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Motto



The motto was originally a war cry or slogan. Mottoes first began to be shown with arms in the 14th and 15th centuries, but were not in general use until the 17th century. Thus the oldest coats of arms generally do not include a motto. Mottoes seldom form part of the grant of arms: Under most heraldic authorities, a motto is an optional component of the coat of arms, and can be added to or changed at will; many families have chosen not to display a motto.

Motto: Disce pati
Motto Translation: Learn to suffer.


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Donken Family Crest Products


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Donken Family Crest Products




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See Also


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See Also




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Citations


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Citations



  1. ^ Filby, P. William, Meyer, Mary K., Passenger and immigration lists index : a guide to published arrival records of about 500,000 passengers who came to the United States and Canada in the seventeenth, eighteenth, and nineteenth centuries. 1982-1985 Cumulated Supplements in Four Volumes Detroit, Mich. : Gale Research Co., 1985, Print (ISBN 0-8103-1795-8)

Other References

  1. Leeson, Francis L. Dictionary of British Peerages. Baltimore: Genealogical Publishing, 1986. Print. (ISBN 0-8063-1121-5).
  2. Papworth, J.W and A.W Morant. Ordinary of British Armorials. London: T.Richards, 1874. Print.
  3. Catholic Directory For Scotland. Glasgow: Burns Publications. Print.
  4. Barrow, G.W.S Ed. The Charters of David I The Written Acts of David I King of Scots, 1124-53 and of His Son Henry, Earl of Northumerland, 1139-52. Woodbridge: The Boydell Press, 1999. Print.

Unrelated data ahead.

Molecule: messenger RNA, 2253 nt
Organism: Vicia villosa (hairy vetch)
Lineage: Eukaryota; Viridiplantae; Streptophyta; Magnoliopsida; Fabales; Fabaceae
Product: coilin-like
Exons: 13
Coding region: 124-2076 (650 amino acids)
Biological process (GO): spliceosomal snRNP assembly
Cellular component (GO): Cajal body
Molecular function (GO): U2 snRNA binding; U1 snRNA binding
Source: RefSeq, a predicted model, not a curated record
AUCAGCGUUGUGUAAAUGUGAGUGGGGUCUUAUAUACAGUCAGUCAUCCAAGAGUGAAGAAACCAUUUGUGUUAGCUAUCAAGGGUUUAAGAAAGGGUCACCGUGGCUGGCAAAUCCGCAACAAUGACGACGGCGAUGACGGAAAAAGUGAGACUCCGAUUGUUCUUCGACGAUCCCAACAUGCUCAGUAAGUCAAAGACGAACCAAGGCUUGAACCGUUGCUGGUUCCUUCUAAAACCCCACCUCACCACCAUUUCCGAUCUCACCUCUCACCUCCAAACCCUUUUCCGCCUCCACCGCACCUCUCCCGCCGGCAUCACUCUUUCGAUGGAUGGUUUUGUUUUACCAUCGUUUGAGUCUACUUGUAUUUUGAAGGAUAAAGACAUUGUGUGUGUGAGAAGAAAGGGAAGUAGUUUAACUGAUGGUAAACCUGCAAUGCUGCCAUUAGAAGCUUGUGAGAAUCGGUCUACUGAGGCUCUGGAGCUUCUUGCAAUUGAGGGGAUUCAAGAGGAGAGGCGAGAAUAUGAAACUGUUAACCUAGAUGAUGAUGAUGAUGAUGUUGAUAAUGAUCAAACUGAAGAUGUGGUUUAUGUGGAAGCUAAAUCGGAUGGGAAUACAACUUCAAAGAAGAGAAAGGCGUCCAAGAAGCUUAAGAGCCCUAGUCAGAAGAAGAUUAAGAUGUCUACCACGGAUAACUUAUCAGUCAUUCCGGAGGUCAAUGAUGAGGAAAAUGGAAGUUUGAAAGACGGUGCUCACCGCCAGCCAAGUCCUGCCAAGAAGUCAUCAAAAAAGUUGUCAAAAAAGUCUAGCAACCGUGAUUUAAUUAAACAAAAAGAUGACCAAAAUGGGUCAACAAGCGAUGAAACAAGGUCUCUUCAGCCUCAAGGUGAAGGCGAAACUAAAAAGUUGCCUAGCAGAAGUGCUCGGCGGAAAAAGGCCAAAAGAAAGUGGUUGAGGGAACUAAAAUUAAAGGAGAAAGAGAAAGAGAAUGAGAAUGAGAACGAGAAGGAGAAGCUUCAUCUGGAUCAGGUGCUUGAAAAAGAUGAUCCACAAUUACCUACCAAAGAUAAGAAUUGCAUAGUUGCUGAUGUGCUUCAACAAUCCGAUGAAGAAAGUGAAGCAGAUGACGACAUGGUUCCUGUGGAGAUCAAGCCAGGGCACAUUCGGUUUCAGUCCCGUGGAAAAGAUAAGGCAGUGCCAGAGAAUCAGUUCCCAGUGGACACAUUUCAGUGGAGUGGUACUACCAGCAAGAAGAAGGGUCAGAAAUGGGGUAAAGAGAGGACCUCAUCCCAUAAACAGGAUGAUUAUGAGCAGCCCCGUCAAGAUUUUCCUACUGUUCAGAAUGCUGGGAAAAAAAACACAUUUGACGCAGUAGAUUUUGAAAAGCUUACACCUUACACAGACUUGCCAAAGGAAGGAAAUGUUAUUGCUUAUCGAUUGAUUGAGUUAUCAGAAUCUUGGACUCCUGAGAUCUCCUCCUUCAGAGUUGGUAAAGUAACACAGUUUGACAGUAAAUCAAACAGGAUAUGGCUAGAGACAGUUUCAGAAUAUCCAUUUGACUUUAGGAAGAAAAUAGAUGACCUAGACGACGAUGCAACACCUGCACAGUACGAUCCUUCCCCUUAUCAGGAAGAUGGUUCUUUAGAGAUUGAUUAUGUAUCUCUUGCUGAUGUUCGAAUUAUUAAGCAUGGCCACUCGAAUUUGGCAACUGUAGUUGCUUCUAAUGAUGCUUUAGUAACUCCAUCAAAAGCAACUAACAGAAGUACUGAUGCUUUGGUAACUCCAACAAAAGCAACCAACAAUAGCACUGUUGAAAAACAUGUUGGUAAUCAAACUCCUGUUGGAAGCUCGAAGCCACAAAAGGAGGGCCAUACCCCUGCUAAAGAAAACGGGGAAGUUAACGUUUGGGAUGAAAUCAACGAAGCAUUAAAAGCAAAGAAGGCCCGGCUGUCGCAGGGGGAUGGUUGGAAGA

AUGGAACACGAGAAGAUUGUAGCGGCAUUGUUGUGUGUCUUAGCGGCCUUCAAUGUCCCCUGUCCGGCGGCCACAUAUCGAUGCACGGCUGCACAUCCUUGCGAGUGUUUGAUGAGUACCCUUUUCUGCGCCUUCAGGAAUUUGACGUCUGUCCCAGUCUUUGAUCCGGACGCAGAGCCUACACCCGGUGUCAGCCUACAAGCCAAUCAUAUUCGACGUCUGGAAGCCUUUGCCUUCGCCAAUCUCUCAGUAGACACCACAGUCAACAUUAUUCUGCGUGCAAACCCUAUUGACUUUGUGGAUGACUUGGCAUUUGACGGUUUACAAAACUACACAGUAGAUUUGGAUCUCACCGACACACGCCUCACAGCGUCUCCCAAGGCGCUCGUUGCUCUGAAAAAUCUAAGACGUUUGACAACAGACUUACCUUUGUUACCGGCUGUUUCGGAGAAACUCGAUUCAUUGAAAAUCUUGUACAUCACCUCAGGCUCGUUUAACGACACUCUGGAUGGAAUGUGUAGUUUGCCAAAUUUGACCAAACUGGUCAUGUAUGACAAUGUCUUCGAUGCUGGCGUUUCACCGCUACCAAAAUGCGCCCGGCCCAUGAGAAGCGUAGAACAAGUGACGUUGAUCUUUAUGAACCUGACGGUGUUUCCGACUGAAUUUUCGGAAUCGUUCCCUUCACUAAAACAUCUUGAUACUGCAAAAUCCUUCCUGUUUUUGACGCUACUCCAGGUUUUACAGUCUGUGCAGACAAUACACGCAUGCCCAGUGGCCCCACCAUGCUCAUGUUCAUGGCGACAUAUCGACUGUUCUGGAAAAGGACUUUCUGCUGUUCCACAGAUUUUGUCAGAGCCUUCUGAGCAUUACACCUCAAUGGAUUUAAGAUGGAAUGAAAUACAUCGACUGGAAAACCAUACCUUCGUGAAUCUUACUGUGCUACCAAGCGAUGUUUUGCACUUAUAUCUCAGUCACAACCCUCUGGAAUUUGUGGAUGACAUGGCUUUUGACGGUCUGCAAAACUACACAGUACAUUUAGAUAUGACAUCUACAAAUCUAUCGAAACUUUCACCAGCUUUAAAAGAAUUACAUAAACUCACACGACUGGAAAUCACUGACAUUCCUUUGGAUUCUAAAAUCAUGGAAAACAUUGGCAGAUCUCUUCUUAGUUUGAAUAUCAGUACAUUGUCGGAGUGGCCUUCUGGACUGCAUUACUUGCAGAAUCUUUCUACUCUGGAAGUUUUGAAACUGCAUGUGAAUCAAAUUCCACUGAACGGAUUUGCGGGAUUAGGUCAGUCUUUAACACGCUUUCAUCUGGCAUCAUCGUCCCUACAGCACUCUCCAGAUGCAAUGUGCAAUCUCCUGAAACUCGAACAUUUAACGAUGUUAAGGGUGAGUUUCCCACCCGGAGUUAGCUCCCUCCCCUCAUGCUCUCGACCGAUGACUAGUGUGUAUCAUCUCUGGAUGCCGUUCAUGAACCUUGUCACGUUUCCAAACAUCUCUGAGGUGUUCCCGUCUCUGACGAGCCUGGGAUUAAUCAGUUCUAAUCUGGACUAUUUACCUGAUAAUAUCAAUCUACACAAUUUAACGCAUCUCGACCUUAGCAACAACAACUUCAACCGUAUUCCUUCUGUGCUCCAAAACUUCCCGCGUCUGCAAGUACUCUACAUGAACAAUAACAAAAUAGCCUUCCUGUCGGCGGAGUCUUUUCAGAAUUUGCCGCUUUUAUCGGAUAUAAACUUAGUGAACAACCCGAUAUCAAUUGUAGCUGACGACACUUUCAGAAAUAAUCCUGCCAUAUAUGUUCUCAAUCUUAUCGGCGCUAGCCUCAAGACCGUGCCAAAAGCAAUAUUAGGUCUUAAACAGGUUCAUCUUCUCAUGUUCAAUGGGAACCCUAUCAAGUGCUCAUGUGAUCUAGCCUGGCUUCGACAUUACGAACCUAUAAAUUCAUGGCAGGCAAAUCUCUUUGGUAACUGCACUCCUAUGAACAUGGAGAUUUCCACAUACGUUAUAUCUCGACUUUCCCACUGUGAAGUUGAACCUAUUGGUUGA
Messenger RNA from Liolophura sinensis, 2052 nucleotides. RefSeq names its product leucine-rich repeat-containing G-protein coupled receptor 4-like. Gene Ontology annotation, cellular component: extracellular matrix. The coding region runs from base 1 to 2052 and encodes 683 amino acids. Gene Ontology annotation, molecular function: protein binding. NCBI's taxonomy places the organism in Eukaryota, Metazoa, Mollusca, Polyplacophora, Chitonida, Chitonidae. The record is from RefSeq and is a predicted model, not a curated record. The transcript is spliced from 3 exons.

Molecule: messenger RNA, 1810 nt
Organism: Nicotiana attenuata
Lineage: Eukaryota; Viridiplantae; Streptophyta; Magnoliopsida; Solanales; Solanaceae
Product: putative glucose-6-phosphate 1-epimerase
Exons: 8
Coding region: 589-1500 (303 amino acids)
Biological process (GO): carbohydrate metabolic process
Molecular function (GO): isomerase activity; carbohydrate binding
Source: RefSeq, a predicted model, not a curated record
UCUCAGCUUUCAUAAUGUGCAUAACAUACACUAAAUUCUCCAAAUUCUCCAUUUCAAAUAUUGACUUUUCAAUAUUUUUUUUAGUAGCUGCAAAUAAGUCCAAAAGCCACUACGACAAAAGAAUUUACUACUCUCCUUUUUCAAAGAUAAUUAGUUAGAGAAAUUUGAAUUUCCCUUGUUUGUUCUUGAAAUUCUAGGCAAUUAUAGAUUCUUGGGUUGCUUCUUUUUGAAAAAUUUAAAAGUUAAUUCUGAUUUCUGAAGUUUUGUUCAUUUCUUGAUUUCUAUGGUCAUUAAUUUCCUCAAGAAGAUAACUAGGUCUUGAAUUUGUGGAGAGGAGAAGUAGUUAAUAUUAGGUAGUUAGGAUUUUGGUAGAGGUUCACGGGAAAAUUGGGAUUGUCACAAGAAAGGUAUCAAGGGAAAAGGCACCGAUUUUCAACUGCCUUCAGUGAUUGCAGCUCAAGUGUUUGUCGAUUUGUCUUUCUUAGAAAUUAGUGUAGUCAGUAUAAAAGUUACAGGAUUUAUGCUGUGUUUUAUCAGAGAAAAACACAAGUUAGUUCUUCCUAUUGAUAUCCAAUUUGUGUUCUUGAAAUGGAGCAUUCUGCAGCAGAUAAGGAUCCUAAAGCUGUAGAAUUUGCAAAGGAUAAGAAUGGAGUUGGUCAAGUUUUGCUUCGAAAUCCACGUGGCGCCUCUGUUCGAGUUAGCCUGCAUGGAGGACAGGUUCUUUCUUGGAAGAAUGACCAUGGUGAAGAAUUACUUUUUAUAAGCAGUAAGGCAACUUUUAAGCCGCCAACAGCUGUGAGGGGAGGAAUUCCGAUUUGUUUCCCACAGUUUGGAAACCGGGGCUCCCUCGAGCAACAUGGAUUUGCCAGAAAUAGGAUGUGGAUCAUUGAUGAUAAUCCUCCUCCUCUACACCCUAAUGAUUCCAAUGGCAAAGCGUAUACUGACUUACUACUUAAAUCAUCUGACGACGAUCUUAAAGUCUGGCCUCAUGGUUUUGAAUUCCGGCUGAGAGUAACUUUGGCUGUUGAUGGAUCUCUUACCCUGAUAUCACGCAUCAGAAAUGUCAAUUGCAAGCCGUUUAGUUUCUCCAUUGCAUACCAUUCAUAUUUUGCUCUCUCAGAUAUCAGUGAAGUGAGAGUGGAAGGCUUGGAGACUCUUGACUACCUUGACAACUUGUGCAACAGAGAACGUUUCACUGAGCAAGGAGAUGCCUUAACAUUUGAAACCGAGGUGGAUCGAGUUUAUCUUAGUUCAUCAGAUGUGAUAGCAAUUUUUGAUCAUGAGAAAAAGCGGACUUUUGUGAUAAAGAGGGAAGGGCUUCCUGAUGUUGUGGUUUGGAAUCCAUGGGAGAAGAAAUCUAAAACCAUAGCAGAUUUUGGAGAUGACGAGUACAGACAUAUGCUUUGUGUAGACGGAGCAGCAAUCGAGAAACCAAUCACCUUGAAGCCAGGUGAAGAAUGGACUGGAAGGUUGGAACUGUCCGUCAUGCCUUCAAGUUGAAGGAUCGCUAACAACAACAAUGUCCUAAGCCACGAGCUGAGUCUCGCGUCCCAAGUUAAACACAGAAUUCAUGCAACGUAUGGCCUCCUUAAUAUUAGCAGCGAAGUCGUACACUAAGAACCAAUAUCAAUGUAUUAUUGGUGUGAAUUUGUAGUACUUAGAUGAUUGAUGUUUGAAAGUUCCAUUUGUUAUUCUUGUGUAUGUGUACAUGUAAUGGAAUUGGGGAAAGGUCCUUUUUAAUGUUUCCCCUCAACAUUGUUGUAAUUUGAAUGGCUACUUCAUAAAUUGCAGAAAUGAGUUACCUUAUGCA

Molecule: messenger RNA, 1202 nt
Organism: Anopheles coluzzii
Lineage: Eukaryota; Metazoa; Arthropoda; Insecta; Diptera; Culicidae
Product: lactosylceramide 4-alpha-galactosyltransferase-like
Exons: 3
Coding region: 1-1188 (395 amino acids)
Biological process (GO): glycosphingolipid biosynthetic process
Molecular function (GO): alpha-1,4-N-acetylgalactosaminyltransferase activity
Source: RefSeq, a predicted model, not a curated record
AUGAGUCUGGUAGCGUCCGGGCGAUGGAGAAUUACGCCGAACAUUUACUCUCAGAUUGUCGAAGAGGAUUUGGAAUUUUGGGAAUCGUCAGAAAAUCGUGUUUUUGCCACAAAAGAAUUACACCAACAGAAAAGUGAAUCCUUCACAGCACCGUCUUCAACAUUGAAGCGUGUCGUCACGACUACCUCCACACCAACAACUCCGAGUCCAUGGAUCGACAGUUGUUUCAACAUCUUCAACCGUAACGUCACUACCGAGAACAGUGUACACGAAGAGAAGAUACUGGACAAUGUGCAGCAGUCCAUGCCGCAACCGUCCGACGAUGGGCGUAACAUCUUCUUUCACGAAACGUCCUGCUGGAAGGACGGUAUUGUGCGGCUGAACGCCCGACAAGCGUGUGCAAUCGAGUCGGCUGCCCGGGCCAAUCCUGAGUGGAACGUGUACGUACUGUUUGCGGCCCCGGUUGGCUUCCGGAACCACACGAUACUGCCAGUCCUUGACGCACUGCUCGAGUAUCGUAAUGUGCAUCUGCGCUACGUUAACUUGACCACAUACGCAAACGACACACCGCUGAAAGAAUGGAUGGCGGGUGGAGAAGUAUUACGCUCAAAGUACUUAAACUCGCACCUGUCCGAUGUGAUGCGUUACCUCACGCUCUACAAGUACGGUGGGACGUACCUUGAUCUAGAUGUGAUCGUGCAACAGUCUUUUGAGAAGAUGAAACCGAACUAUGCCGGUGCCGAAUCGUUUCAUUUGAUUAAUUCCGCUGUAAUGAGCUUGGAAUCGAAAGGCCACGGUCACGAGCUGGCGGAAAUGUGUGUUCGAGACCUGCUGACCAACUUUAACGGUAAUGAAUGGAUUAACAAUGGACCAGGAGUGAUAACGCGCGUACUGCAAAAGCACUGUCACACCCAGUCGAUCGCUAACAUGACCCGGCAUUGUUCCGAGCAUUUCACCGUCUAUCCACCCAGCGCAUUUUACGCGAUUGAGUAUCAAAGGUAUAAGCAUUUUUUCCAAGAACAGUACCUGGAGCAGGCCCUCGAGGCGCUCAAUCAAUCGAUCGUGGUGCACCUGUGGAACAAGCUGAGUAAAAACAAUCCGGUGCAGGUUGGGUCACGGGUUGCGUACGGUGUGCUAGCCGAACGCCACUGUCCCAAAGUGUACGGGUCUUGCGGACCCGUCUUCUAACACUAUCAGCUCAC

5. Burke, John Bernard Ed. The Roll of Battle Abbey. Baltimore: Genealogical Publishing. Print.
  6. Burke, Sir Bernard. Genealogical and Heraldic History of the Peerage and Baronetage, The Privy Council, Knightage and Compainonage. London: Burke Publishing, 1921. Print.
  7. Weis, Frederick Lewis, Walter Lee Sheppard and David Faris. Ancestral Roots of Sixty Colonists Who Came to New England Between 1623 and 1650 7th Edition. Baltimore: Genealogical Publishing, 1992. Print. (ISBN 0806313676).
  8. Egle, William Henry. Pennsylvania Genealogies Scotch-Irish and German. Harrisburg: L.S. Hart, 1886. Print.
  9. Fulton, Alexander. Scotland and Her Tartans: The Romantic Heritage of the Scottish Clans and Families. Godalming: Bramley, 1991. Print. (ISBN 0-86283-880-0).
  10. Innes, Thomas and Learney. Socts Heraldry A Practical Handbook on the Historical Principles and Modern Application of the Art of Science. London: Oliver and Boyd, 1934. Print.
  11. ...

The Donken Family Crest was acquired from the Houseofnames.com archives. The Donken Family Crest was drawn according to heraldic standards based on published blazons. We generally include the oldest published family crest once associated with each surname.

This page was last modified on 27 September 2012 at 08:11.